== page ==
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David Shipway

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  1. It may seem like inverse logic, but the best way to conserve the BC coast's legendary Douglas Fir biome is to commit to make wood products that will endure. And the only wood in a Doug Fir log that has any chance of endurance is Heartwood. But the reality is that 80 year old second growth Doug Fir is usually about 50% sapwood by volume, and all that sapwood will rot or get eaten by bugs in a very short time. Logging of this immature second growth is actually accelerating the burn of BC's biggest Carbon Bomb. https://tinyurl.com/upbs897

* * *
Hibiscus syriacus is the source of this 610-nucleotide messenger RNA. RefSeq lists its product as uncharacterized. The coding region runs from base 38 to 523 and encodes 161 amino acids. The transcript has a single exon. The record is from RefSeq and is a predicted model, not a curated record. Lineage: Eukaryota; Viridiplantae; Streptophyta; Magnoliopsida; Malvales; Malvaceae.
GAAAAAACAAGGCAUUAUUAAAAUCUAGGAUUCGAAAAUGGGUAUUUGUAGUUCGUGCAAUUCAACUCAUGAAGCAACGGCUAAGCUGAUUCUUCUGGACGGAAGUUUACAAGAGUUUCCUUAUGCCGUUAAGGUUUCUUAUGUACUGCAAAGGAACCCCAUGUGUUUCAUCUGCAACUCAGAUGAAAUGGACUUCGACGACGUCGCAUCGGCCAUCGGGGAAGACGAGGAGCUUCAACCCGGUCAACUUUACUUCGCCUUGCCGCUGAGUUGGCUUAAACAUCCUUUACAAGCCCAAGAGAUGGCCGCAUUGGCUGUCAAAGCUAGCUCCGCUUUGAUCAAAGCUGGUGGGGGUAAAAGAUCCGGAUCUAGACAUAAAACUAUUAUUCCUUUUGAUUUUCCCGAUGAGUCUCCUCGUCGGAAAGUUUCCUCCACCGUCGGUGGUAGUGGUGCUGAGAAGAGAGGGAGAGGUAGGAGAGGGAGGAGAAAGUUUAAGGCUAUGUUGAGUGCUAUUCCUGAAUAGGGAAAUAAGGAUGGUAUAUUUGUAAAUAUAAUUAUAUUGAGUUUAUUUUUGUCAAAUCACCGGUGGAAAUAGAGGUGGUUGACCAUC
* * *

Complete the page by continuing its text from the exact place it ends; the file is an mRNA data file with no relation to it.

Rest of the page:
2. It's a shock to see so much of the second growth bounty, a one-off legacy of old growth ecosystems, harvested too early. This is the crime of the century on the BC coast, not only on private land, where the practice is extreme, but also on the Crown forest lands, because foresters were led to believe that 80y.o. stands were "mature". But as a woodworker I can assure you that trees of this age are about 50% sapwood, doomed to decay in a year or two. So the whole concept of sequestering carbon in wood products has been thrown out the window, just to make a quick profit selling raw logs offshore.
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